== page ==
Life science researchers attend symposium

A two-day symposium in the life sciences under the auspices of the Wallenberg Centre for Molecular Medicine gave researchers an excellent opportunity for interdisciplinary cross-border meetings. And the centre is looking forward to its new director, Mikael Sigvardsson, who takes his position at the turn of the year.

The symposium at the Wallenberg Centre for Molecular Medicine, WCMM, opened with an announcement: Stefan Thor, who has been director since the centre opened in 2016, is passing the reins to Mikael Sigvardsson at the turn of the year.Mikael SigvardssonMikael Sigvardsson will be the new director of WCMM. Photo credit: Daniel Windre/LiU

“The greatest challenge we are facing today is the need to create added value, such that we obtain more research results from the investment than if the money had been awarded to the researchers individually,” said Mikael Sigvardsson, professor of medical molecular biology at the Department of Clinical and Experimental Medicine.

Mikael Sigvardsson emphasised that one way of achieving this is to increase interaction between WCMM researchers – not only those at LiU, but also those at the four WCMM centres in Sweden, and at SciLifeLab in the Stockholm-Uppsala region.

Two-way science

The seminar presented results from all research fields at the centre. The first afternoon session took up pharmaceuticals research, focusing on how knowledge about protein structure can pave the way for important discoveries. Sir Tom Blundell, professor at Cambridge University and founder of two companies, illustrated how new knowledge can arise in the interplay between academic research and the pharmaceuticals industry.

“I’m a firm believer in the exchange of knowledge, rather than translating science. Science goes in both directions,” said Tom Blundell.Tom BlundellSir Tom Blundell, Professor at Cambridge University, presented insights from drug development research. Photo credit: Daniel Windre/LiU

Focusing on two very different conditions, cancer and infectious diseases, Tom Blundell took the audience on a journey through crucial discoveries and insights from his own research in the academic world. He pointed out that one of the greatest challenges in the pharmaceutical treatment of these diseases is that they often develop resistance to the drugs used. In recent years he has worked intensively with tuberculosis, where drug resistance is a major problem. Together with colleagues, he is using methods in AI in an attempt to predict which mutations in genes are the most likely causes of drug resistance.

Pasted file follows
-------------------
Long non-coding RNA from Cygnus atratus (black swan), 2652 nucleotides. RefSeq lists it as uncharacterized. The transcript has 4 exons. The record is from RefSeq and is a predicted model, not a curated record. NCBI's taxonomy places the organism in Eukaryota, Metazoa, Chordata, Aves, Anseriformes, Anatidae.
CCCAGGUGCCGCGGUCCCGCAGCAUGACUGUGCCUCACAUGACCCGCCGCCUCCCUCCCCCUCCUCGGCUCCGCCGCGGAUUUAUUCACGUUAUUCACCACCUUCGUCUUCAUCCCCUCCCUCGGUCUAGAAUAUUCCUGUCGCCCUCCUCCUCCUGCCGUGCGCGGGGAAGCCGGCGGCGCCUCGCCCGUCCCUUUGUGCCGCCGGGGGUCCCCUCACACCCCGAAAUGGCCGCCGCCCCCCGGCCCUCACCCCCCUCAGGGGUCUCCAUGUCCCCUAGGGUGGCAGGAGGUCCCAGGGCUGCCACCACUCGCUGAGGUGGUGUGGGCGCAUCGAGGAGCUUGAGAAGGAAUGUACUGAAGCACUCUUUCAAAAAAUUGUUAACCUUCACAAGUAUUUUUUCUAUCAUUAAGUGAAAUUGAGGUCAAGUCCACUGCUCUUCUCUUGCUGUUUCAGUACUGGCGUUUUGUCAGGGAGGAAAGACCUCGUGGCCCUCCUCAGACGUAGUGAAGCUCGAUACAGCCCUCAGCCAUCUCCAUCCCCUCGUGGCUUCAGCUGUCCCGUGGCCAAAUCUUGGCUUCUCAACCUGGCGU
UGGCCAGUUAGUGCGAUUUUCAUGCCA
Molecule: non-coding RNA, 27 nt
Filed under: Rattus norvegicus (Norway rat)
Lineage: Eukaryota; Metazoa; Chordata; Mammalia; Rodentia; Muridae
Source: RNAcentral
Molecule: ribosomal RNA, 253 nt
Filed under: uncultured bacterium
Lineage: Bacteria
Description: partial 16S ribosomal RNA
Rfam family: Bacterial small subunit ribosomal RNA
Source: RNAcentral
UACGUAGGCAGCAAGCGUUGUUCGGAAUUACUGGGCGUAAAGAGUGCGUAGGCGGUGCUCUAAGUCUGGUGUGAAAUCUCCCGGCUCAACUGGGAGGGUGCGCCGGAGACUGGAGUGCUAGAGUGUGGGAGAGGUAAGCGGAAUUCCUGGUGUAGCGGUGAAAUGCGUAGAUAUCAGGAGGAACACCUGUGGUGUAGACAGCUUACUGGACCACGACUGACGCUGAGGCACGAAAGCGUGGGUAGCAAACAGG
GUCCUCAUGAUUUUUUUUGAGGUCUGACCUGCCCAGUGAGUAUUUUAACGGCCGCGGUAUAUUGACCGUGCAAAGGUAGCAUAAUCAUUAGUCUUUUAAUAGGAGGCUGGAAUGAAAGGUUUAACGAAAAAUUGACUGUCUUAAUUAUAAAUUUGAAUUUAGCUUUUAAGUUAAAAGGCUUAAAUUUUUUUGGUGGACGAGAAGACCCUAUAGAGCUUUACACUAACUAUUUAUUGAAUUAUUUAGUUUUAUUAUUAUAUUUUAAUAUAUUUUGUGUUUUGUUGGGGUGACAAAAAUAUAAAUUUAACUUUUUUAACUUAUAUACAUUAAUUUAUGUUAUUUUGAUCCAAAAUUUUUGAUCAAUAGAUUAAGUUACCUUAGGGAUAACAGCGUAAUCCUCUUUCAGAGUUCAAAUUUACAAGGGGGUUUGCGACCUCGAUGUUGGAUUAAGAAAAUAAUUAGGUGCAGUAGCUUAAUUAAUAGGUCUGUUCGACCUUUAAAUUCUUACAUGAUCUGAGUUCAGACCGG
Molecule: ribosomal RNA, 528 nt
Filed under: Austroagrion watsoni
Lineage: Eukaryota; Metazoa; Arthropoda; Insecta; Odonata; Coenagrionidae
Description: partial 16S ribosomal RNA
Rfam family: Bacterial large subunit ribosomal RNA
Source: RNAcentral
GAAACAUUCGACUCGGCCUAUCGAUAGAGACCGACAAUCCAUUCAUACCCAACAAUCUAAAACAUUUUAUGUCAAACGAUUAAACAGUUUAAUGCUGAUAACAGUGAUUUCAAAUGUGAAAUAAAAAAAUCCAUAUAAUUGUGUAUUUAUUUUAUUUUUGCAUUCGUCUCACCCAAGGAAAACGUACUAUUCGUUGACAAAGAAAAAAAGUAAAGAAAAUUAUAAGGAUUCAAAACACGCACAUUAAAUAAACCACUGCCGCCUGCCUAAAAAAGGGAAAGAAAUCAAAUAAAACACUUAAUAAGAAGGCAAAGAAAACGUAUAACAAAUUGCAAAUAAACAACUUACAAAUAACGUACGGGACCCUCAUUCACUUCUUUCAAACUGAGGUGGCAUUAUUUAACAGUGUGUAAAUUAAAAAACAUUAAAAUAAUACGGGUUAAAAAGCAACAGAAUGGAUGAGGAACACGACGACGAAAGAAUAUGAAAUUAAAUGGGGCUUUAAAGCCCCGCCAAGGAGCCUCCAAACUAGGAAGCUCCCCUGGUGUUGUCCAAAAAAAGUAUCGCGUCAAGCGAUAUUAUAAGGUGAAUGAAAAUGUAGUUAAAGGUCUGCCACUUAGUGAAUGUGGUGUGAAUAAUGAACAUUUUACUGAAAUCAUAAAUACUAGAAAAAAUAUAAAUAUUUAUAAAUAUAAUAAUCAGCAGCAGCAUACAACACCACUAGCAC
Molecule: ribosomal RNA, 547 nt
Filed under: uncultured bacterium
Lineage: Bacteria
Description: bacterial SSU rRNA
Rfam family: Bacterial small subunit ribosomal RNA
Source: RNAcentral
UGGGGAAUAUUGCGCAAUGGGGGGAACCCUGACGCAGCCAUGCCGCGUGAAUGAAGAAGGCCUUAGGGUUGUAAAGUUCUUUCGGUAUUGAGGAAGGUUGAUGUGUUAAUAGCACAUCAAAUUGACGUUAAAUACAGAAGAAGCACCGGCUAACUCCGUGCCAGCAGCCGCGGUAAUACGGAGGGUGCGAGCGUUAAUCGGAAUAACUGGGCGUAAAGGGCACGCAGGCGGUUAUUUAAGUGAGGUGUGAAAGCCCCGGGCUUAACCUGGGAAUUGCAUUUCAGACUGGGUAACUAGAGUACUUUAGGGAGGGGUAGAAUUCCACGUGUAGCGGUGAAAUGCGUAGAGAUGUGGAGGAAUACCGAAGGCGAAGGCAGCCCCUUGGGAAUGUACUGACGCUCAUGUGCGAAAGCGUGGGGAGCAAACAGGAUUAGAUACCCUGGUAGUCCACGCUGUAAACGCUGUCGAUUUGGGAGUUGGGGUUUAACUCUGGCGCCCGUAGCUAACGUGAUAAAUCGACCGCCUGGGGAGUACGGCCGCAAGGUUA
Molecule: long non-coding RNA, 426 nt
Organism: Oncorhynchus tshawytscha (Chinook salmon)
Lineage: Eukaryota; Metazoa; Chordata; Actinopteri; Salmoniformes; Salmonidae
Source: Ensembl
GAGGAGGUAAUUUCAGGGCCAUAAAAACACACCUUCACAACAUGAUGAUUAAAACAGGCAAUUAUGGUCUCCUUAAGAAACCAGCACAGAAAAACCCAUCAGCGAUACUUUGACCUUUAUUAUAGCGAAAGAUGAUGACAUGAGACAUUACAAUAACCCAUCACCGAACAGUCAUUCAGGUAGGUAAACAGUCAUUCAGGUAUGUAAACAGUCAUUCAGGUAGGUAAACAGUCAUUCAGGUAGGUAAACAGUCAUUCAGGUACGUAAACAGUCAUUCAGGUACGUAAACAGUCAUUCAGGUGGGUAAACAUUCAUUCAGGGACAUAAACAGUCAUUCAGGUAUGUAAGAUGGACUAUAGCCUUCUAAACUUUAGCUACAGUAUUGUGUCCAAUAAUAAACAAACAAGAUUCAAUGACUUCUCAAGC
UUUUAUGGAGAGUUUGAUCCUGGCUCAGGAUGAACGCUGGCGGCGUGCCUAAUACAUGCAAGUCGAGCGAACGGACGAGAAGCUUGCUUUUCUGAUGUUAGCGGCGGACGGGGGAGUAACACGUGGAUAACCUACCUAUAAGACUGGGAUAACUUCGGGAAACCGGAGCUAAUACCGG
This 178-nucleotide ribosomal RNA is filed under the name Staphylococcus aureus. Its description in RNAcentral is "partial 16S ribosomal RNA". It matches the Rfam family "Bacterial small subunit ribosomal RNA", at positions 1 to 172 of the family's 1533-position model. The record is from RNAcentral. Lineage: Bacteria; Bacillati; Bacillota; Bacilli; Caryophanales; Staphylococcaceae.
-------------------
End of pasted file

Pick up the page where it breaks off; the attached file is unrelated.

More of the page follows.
“If I can remain at the university for ten more years, I will take on the challenge of developing drugs against resistant variants,” said Tom Blundell.

LiU researchers presented during Thursday afternoon several examples of research that may eventually lead to new medicines against cancer, or better diagnosis of neurodegenerative diseases, such as Alzheimer disease and Parkinson’s disease.

An extremely stimulating environment

A poster exhibition was an important part of the symposium. All research areas and the young, promising researchers who have been appointed Wallenberg Fellows at WCMM were represented there. Among the exhibitors was Stefan Koch, one of the first fellows who was brought to the centre. He has been building his research group since January 2017.Stefan KochStefan Koch. Photo credit: Daniel Windre/LiU

“It wasn’t difficult to decide to move to Linköping and WCMM when offered the opportunity. It was a marvellous possibility for me to continue to build on my research.”

Stefan Koch and his research group are working on cell signalling in the inflamed intestine. They are looking for answers to the mysteries surrounding chronic inflammatory conditions, such as Crohn’s disease.

“The deal I receive as a researcher at WCMM, with four years’ full-time research, is unique. In my home country of Germany, you’re more likely to be asked by the university how much research grants you can bring with you – the university provides a name and buildings where you can work, not much else,” said Stefan Koch.

Stefan Koch took his Ph.D. at the University of Münster and then worked as a postdoc at Emory University in Atlanta, USA. After this it was a further five years at the German Cancer Research Center in Heidelberg, before the WCMM in Sweden and Linköping came onto the horizon.

“For me as microbiologist, Linköping presents many exciting challenges – there’s a great deal of excellent research into the bowel here. And the university and WCMM provide a comfortable and friendly environment. There’s never any problem about contacting a professor to exchange ideas or test out a theory – this is an extremely stimulating environment.”

researchers involved in a discussionDiscussions at the poster session at the WCMM symposium 2017. Photo credit: Daniel Windre/LiU

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